Rear Admiral William S. Sims to Secretary of the Navy Josephus Daniels
SENT: April 14th, 1917. TO: Secretary of the Navy.
THROUGH: State Department.
The situation is as follows:-
The submarine issue is very much more serious than people realize in America. The recent success of <submarine> operations and the rapidity of construction constitutes the real crisis of the war. The morale of the enemy submarines is not broken only about fifty-four are known to have been captured or sunk and no voluntary surrenders have been recorded. The reports of our press are greatly in error. Reports recently circulated concerning surrenders are simply to depreciate enemy morale and results are very <un>satisfactory.
Supplies and communications of forces <on> all fronts including the Russians are threatened and control of the sea actually imperiled.
German submarines are constantly extending their operations further into the Atlantic increasing areas and the difficulty of patrolling. Russian situation critical. Baltic Fleet mutiny<;> eightyfive Admirals Captains and Commanders murdered and in some Armies there is insubordination.
The amount of British neutral and allied shipping lost in February was 536,000 tons, in March 571,000 tons and in the first ten days of April, 205,000 tons. With short nights and better weather these losses are increasing.
The British forces could not effectively prevent the escape of some raiders during the long nights but the chances are better now.
The Allies were notified that hospital ships will continue to be sunk this in order to draw destroyers away from operations against submarines to convoy hospital ships in this way causing a demand for large convoy forces in all areas not before necessary and also partially immobilizing the main fleet.
On account of the immense theatre and length and number of lines of communication and the material deterioration resulting from three years’ continuous operation in distant fields with inadequate base facilities the strength of the naval forces is dangerously strained. This applies to all of the sea forces outside the Grand Fleet. The enemy has six large and sixty-four small submarine mine layers, the latter carry eighteen mines<;> the former thirty-four also torpedoes and guns. All classes submarines for actual commission completed at a rate approaching three per week. To accelerate and insure defeat of submarine campaign immediate active co-operation absolutely necessary.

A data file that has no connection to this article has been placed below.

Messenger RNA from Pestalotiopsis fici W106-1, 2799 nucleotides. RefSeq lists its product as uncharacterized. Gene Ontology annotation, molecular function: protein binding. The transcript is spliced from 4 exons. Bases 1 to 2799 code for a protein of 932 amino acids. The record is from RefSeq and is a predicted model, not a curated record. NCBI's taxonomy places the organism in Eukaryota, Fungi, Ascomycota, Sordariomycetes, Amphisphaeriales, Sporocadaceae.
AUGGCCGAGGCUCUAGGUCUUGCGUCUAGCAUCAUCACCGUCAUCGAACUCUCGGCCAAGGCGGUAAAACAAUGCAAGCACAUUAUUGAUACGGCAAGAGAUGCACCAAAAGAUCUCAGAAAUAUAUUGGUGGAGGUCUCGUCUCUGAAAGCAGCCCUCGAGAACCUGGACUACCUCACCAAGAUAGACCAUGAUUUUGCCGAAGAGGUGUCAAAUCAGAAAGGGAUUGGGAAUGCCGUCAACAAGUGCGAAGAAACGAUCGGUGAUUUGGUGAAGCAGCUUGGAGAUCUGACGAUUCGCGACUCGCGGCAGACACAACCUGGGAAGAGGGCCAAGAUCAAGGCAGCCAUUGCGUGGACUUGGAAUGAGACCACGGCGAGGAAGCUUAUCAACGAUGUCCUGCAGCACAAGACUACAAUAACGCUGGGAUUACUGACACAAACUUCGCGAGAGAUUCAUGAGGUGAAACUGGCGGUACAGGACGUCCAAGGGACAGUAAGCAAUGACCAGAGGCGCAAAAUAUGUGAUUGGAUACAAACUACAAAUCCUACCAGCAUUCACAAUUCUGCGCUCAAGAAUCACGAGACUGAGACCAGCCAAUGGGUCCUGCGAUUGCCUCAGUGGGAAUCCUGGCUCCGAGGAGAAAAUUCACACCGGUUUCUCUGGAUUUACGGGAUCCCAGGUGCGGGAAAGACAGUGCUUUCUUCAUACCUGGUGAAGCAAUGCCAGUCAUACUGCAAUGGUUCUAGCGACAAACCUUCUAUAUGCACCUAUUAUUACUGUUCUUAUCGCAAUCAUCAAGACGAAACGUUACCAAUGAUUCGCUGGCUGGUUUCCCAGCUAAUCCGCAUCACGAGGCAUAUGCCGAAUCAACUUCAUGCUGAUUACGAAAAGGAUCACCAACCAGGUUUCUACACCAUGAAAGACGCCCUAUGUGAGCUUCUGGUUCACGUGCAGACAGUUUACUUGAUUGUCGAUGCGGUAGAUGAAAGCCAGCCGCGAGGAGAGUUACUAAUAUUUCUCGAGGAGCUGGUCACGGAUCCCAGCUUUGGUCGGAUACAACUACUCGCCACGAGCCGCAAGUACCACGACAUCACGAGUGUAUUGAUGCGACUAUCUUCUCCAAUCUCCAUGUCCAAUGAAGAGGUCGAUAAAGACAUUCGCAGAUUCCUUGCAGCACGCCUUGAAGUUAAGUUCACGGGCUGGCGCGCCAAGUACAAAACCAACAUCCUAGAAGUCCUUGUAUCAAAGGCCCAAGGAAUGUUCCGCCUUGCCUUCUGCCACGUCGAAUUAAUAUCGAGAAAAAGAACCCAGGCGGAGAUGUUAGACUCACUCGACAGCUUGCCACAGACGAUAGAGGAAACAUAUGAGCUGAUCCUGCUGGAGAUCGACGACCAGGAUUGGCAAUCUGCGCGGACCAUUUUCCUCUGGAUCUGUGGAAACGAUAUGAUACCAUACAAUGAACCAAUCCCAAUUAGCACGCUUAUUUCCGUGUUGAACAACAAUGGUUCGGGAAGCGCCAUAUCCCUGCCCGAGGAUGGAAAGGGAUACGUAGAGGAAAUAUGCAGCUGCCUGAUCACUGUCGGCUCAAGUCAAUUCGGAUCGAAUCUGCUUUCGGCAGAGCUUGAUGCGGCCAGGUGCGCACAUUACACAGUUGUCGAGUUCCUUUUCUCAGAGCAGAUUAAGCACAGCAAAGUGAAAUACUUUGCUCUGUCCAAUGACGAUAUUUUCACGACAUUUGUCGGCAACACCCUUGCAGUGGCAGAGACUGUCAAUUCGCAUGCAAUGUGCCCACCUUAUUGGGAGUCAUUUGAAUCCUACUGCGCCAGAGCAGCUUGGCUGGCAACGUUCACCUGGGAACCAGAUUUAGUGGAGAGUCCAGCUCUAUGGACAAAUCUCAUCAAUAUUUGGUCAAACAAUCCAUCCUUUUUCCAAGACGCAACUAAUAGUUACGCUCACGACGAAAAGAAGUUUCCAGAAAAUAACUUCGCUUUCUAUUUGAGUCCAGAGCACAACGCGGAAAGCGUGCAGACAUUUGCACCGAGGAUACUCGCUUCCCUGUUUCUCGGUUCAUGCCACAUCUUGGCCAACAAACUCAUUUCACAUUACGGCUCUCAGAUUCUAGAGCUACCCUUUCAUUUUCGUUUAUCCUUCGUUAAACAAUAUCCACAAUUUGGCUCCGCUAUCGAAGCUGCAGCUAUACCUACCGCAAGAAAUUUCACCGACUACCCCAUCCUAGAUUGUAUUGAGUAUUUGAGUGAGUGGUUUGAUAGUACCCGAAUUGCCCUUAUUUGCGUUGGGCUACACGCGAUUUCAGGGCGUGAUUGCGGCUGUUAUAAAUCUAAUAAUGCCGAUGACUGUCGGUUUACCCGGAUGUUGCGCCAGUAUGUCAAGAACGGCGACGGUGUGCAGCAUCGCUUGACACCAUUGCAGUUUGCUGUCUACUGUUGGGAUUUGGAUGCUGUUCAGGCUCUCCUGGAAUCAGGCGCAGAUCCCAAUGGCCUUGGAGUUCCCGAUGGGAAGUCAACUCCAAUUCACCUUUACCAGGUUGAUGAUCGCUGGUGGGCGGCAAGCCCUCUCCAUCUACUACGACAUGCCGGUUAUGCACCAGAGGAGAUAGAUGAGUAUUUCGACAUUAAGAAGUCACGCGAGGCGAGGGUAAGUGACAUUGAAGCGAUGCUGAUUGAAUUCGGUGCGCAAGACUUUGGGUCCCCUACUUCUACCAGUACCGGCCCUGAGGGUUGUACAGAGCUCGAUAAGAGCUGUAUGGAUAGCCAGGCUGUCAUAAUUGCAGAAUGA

The issue is and must inevitable be decided at the focus of all lines of communication in the Eastern Atlantic, therefore I very urgently recommend the following immediate naval co-operation.
Maximum number destroyers to be sent accompanied by small antisubmarine craft former to patrol designated high sea area westward of Ireland based on Queenstown with an advance base at Bantry Bay, lat<t>er to be an inshore patrol for<ce> destroyers<,> small craft<,> should be of light draft with as high speed as possible but low speed also useful. Also repair ships and staff for base. Oil and docks available but advise sending continuous supply of fuel. German mainfleet must be contained demanded maximum conservation of the British main fleet. South of Scotland no base is so far available for this force.
At present our battleships can serve no useful purpose in this area except that two divisions of dreadnoughts might be based on Brest for moral effect against anticipated raids by heavy enemy ships in the channel out of reach of British main fleet.
The chief other and urgent practical co-operation is merchant tonnage and a continuous augmentation of anti-submarine craft to reinforce our advanced forces. There is a serious shortage of the latter craft. For towing the present large amount of sailing tonnage through dangerous areas sea-going tugs would be of great use.
The co-operation outline above should be expedited with the utmost dispatch in order to break enemy submarine morale and accelerate the accomplishment of the chief American objective.
It is very likely the enemy will make submarine mine-laying raids on our coast or in the Caribbean to divert attention and keep our forces from the critical area in the Eastern atlantic through effect upon public opinion. The difficulty of maintaining submarine bases and the <fo>cusing of shipping on this side will restrict such operations to minor importance although they should be effectively opposed principally by keeping the Channel swept on soundings. Enemy submarine mine<s> have been anchored as deep as ninety fathoms but the majority at not over fifty fathoms. Mines do not rise from the bottom to set depth until from twenty-four to forty-eight hours after they have been laid.
So far all experience shows that submarines never lay mines out of sight of landmarks or lights on account of the danger to themselves if location is not known. Maximum augmentation merchant tonnage and anti-submarine work where most effective constitute the paramount immediate necessity.
Mr. Hoover informs me that there is only sufficient grain supply in this country for three weeks. This does not include the supply in retail stores. In a few days Hoover will sail for the United States.